Garrett, A. T., Goossens, N. G., Rehrer, N. J., Patterson, M. J., & Cotter, J. D. (2003). The induction and decay of short-term heat acclimation. Medicine and Science in Sports and Exercise, 35(5), Supplement abstract 158.

This study investigated adaptation to and decay from short-term heat acclimation. Moderately trained males (N = 10) underwent heat acclimation for 90-min on five consecutive days (39.5oC) under controlled hyperthermia. Ss completed a standardized heat stress test (90-min cycling at 40% peak power, followed by an incremental test) one week before acclimation and then on the second and eighth day following acclimation in 35oC. Seven Ss completed further tests at two and three weeks after acclimation.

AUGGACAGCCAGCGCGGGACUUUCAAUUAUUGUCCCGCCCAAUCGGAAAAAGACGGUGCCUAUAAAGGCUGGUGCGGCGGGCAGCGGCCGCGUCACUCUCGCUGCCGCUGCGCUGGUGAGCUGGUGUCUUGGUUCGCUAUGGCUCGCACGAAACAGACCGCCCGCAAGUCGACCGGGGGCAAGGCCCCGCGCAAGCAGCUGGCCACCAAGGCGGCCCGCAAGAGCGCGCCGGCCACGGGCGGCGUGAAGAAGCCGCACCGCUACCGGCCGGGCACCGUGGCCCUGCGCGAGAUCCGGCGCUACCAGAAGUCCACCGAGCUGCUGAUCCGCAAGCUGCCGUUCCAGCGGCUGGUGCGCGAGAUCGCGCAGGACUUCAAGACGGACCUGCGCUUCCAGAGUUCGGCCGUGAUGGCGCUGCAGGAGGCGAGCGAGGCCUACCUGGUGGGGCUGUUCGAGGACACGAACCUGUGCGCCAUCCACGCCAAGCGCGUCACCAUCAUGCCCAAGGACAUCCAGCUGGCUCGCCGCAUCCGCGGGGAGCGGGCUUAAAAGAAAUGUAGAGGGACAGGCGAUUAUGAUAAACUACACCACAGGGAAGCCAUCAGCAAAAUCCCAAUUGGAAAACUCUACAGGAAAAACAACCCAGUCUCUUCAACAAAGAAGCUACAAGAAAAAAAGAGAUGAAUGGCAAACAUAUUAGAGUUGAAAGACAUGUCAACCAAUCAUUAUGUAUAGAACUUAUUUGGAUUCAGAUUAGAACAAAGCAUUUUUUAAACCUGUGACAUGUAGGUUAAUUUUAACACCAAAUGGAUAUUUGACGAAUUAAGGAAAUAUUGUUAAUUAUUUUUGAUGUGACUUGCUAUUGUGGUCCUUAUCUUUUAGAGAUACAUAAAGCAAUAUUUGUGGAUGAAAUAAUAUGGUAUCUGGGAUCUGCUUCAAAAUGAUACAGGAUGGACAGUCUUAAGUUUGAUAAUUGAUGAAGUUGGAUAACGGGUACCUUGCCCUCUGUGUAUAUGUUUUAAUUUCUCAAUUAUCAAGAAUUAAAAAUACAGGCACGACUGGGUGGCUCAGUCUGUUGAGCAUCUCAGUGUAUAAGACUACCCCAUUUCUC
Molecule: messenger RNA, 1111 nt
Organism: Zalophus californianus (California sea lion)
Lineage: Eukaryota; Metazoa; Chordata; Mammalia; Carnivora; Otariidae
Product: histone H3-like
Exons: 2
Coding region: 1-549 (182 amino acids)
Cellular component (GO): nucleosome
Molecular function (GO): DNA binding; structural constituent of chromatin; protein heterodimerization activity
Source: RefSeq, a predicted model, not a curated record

Rectal temperature was not affected by acclimation but at the end of exercise it was 0.3oC lower. The decrease remained for one week but not two. A similar pattern was noted for heart rate. Performance after acclimation remained higher after one week but not two.

Implication. Short-term heat acclimation produced increased heat loss in exercise but not at rest. The adaptation lasted one week but had dissipated by the second week after acclimation.

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